After front machining, for which six spindle positions are available, workpieces are picked up by two rear machining units and machined simultaneously on the rear end.
Because rear-end machining is done during two drum-indexing cycles, up to six tools can be used for this simultaneously with the other spindles. And, because all cross slides are located at the same travel angle, free chip flow is guaranteed in each position.
Hydrostatic sliding guide
The advantage of hydrostatic sliding guide in the feed axis (Z) is their damping characteristic that, according to the developer, will prevent the transfer of the machining vibrations to the adjacent slide via the headstock. This helps to mitigate vibration and rattling while workpieces are being machined – even when the eight spindles are performing the various machining processes concurrently.
For example, one spindle may be used for heavy-duty roughing while high-precision finishing takes place on another spindle without sacrificing surface quality. In addition, the hydrostatic bearing is wear-free – there is neither friction nor a stick-slip effect.
The swiveling synchronous spindles are locked into the end positions by three-part Hirth couplings. According to the developer, the high level of stiffness that this achieves also guarantees that even with bar diameters up to 24 mm, rear-end machining operations with very high cutting volumes and simultaneously high machining precision can be performed.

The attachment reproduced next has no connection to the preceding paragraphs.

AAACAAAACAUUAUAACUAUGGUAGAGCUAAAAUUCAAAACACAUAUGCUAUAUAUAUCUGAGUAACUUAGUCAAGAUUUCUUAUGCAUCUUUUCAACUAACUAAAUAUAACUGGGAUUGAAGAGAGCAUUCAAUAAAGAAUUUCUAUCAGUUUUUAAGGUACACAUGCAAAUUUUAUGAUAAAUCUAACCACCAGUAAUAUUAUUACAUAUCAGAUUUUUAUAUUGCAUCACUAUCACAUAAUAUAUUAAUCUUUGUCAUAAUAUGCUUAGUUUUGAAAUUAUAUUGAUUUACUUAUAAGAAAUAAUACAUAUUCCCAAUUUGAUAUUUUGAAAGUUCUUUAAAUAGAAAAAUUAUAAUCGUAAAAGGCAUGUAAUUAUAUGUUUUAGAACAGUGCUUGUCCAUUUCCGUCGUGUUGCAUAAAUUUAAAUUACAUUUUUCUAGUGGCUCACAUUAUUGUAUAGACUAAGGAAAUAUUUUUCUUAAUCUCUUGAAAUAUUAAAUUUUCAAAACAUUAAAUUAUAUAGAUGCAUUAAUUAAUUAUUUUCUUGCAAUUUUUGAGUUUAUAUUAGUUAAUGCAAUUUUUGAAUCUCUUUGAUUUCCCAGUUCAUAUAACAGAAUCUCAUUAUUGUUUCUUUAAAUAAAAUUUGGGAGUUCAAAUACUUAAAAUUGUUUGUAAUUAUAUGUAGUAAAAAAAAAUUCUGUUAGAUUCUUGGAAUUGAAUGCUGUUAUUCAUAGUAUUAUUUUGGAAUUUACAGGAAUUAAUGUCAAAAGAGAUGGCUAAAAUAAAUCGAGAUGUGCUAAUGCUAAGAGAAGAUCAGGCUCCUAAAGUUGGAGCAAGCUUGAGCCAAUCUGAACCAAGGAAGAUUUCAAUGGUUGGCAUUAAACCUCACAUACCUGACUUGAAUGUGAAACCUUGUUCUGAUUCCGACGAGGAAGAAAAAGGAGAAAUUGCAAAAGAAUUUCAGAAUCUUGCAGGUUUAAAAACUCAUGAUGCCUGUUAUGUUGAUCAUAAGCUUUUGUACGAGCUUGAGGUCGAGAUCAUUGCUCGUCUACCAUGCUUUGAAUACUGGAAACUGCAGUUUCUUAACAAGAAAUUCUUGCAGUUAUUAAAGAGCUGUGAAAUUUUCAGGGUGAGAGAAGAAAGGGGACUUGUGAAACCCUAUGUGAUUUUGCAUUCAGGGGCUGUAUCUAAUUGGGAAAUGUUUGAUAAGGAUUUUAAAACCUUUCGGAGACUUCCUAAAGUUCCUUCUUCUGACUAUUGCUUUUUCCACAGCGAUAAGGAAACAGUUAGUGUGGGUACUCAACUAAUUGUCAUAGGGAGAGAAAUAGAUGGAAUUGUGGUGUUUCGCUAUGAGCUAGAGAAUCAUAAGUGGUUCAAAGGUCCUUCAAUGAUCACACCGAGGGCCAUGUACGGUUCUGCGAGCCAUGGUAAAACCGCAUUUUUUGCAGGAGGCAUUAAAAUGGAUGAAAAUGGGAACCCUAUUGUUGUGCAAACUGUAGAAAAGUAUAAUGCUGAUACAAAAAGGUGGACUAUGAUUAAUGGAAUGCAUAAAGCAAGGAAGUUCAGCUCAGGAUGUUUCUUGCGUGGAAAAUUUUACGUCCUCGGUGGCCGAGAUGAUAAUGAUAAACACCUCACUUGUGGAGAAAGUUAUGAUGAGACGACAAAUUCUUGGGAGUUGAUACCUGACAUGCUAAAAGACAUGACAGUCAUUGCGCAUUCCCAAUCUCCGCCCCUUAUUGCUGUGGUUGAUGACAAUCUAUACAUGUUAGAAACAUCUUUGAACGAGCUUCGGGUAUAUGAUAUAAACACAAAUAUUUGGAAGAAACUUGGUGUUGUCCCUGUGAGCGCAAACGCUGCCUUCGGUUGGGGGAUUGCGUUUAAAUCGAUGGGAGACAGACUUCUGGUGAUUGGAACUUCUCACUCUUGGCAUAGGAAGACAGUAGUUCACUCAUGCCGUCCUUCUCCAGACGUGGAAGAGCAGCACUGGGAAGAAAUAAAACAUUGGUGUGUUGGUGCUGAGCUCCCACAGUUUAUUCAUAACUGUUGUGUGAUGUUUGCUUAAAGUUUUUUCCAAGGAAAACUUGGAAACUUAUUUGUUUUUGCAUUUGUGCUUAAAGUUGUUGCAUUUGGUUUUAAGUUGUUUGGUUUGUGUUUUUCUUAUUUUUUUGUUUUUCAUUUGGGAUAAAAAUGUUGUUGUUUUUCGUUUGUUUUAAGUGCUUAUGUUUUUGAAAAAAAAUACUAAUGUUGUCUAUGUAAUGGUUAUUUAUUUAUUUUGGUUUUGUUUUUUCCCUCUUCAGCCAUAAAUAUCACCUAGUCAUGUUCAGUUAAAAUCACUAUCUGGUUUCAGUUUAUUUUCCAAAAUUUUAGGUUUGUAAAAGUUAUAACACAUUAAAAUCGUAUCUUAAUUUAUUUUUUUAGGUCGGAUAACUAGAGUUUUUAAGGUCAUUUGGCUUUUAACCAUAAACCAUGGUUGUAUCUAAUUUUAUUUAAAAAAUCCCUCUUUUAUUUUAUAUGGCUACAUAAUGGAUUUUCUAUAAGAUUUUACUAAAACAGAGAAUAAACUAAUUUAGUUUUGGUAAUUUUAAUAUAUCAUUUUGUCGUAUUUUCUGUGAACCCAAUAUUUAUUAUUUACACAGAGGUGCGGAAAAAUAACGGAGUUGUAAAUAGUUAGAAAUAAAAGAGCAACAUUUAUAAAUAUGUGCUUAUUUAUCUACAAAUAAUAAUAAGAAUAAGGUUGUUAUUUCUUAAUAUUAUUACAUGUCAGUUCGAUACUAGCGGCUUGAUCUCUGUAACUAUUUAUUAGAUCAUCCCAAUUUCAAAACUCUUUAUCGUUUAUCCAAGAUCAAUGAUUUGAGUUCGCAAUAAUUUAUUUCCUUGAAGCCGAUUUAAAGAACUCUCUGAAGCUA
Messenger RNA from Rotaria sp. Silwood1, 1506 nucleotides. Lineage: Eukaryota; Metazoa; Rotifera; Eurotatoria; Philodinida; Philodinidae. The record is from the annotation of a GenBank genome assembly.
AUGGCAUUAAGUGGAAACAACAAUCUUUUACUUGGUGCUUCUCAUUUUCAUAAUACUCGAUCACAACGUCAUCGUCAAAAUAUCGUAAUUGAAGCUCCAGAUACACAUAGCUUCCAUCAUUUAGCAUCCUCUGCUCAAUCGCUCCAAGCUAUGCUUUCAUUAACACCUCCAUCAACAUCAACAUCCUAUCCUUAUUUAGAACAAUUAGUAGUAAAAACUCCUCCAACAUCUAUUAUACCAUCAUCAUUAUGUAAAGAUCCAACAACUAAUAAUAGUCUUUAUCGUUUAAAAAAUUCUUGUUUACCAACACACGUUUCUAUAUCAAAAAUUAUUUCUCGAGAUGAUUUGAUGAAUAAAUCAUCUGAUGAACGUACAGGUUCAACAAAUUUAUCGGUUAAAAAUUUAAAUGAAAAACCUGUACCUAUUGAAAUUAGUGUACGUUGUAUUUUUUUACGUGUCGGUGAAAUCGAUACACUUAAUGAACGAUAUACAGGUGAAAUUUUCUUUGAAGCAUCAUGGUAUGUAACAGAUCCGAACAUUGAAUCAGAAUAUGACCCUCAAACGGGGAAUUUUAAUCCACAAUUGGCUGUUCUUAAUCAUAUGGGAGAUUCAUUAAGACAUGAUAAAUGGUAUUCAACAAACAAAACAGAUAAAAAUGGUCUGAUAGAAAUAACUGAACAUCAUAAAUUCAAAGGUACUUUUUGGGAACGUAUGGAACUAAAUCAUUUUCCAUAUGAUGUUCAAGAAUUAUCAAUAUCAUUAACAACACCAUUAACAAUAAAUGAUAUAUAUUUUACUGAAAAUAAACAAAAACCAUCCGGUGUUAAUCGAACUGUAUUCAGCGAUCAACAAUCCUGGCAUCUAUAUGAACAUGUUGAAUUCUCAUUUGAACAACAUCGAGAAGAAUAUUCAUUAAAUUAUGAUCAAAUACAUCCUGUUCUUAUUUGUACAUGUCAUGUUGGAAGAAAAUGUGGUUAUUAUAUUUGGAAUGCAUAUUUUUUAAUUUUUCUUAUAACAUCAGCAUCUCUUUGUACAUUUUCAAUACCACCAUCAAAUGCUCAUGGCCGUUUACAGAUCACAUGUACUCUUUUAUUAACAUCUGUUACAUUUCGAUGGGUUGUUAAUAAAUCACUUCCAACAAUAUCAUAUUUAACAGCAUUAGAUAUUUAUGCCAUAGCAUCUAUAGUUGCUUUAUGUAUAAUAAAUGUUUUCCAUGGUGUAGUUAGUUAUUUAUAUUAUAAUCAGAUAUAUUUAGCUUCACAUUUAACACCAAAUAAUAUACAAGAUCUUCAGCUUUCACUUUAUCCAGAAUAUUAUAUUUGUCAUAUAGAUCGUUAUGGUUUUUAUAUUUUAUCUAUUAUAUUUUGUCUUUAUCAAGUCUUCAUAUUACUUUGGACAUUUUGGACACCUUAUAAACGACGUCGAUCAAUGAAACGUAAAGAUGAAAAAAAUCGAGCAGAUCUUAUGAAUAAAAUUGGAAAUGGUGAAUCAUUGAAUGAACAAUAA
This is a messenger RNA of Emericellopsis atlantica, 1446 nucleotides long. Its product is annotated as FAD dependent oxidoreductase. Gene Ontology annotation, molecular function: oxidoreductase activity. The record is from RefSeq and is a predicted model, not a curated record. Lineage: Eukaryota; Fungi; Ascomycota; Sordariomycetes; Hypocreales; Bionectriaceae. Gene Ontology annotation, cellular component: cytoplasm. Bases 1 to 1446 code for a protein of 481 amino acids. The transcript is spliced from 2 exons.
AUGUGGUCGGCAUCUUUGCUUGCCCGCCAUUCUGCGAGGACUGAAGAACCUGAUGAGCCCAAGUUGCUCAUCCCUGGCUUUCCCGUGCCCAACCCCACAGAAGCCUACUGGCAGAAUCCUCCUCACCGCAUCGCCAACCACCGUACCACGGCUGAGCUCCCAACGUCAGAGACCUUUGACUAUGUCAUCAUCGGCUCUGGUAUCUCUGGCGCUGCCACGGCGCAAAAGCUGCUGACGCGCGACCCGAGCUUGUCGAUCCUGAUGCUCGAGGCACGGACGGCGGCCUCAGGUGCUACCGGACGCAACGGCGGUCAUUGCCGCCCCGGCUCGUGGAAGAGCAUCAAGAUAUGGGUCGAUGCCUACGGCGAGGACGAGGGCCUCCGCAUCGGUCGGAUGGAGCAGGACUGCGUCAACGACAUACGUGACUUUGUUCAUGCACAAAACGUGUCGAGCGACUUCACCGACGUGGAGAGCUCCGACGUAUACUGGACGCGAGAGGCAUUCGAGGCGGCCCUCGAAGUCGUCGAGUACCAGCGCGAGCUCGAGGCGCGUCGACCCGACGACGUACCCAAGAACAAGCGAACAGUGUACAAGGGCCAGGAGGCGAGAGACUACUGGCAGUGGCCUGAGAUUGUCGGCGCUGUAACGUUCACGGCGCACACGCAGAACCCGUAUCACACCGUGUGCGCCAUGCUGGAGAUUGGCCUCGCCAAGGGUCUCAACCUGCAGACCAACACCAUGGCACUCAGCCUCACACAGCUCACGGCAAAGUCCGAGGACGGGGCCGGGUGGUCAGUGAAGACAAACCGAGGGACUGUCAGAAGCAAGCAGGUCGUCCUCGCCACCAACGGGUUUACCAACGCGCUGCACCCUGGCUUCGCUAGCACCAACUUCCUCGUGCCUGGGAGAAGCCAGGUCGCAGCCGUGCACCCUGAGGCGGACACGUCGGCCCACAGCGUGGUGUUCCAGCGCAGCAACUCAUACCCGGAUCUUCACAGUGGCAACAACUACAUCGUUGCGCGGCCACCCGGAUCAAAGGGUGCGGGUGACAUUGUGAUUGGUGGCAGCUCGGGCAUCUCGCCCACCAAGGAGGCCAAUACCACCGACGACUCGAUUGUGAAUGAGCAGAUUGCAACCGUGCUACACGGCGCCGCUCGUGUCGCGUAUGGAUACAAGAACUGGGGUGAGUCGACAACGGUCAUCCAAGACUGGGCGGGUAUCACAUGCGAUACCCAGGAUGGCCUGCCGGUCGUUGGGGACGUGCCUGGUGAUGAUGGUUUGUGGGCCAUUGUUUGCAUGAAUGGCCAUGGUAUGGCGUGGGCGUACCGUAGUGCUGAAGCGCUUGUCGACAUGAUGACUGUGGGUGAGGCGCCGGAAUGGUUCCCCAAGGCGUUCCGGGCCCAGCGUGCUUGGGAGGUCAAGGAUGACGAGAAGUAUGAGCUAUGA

The Hirth coupling also means it is no longer necessary to compensate electronically at the end position. The mechanical lock will ensure optimal stiffness and increase the positioning accuracy, so that very complex components that require complex cut-off side machining may be produced. The swivel movement to the rear-end position occurs in less than 0.3 seconds.
For operators, the advantage of the front-opening design is exceptional accessibility during setup and tooling. Moreover, there is the free chip flow down into the chip discharge chute.
To conserve space, the MS22C-8 is designed with the control cabinet “on the machine,” a solution that has been very well received for more than a decade by users of Index multi-spindle machines.
Also, the machine offers several handling options for discharged workpieces. Workpiece data can be fed back to the machine control so it can automatically correct its machining parameters.
For years, all Index machines have been meeting the demand for reduced consumption. Finally, the Index MS22C-8 is designed to optimize energy consumption, with weight-optimized components that contribute to increased dynamic response; regenerative drives; energy-shutdown capability for units that consume high levels of energy, according to a user-define standby mode; minimized friction based on optimally paired materials and low-friction bearings; and intelligent cooling for waste-heat recovery.
The Index cooling concept ensures that the spindles, hydraulics, and control cabinet are cooled constantly, and that the heat can be supplied to a different application via a “cold water interface,” e.g., for service water heating or as process heat for other manufacturing purposes.